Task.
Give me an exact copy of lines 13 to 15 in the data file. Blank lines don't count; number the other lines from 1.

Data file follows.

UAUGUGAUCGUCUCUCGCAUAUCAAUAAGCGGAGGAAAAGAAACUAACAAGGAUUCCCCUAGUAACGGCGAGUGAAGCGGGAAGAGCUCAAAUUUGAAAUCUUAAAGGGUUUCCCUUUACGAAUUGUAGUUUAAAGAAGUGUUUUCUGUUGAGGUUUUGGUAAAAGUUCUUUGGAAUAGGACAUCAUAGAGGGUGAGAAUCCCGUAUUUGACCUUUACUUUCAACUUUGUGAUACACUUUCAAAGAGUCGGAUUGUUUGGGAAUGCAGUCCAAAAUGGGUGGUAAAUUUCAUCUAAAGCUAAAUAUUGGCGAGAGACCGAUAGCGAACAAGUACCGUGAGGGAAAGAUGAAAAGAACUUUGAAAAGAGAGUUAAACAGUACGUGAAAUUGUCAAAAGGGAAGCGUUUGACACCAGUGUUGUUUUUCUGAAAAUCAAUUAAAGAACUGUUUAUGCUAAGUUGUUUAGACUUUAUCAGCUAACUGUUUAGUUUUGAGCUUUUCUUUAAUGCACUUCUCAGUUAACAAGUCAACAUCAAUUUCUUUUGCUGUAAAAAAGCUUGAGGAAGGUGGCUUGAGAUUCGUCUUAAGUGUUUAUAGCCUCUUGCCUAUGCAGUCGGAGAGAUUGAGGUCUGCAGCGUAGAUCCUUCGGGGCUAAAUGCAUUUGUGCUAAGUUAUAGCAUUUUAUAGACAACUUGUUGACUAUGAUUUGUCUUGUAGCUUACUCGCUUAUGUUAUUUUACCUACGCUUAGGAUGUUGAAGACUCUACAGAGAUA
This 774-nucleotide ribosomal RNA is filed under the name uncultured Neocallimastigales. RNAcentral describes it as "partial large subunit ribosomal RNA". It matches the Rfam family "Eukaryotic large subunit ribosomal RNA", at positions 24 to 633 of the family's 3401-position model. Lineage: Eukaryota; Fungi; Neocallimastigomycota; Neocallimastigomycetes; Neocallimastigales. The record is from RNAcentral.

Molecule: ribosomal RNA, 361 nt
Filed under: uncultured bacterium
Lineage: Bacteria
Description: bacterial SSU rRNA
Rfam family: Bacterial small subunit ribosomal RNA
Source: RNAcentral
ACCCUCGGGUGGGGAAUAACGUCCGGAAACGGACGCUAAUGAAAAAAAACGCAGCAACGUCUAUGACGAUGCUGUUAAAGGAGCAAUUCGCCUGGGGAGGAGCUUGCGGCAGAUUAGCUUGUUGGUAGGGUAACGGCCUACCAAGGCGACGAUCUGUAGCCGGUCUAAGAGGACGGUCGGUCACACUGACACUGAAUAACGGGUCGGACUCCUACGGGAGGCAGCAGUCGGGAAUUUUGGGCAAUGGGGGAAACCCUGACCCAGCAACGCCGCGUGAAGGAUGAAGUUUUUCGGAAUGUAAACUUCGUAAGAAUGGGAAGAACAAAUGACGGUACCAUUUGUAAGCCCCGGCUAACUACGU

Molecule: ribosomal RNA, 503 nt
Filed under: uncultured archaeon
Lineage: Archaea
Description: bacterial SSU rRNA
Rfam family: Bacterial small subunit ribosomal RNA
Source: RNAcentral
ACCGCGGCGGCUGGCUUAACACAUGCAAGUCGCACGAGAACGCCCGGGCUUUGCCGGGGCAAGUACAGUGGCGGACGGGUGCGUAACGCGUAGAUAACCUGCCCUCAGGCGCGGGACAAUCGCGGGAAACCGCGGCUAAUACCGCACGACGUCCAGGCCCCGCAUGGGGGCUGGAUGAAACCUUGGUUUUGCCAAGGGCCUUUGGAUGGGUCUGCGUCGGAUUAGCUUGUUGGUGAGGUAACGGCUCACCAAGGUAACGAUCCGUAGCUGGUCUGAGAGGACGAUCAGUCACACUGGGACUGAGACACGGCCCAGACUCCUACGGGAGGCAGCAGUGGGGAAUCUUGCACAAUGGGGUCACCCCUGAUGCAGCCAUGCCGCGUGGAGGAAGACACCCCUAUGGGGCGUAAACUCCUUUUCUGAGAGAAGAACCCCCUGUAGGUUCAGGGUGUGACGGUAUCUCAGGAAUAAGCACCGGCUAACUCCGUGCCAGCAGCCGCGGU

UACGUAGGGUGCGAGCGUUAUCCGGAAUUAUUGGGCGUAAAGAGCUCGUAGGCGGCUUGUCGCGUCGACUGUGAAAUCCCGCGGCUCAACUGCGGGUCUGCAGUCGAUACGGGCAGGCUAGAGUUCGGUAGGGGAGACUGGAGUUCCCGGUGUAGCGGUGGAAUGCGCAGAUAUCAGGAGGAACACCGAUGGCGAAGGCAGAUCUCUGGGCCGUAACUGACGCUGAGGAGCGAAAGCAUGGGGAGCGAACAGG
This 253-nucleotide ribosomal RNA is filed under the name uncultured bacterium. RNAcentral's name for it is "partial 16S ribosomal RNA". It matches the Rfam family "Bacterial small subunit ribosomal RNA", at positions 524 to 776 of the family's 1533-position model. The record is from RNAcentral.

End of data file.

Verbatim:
Description: bacterial SSU rRNA
Rfam family: Bacterial small subunit ribosomal RNA
Source: RNAcentral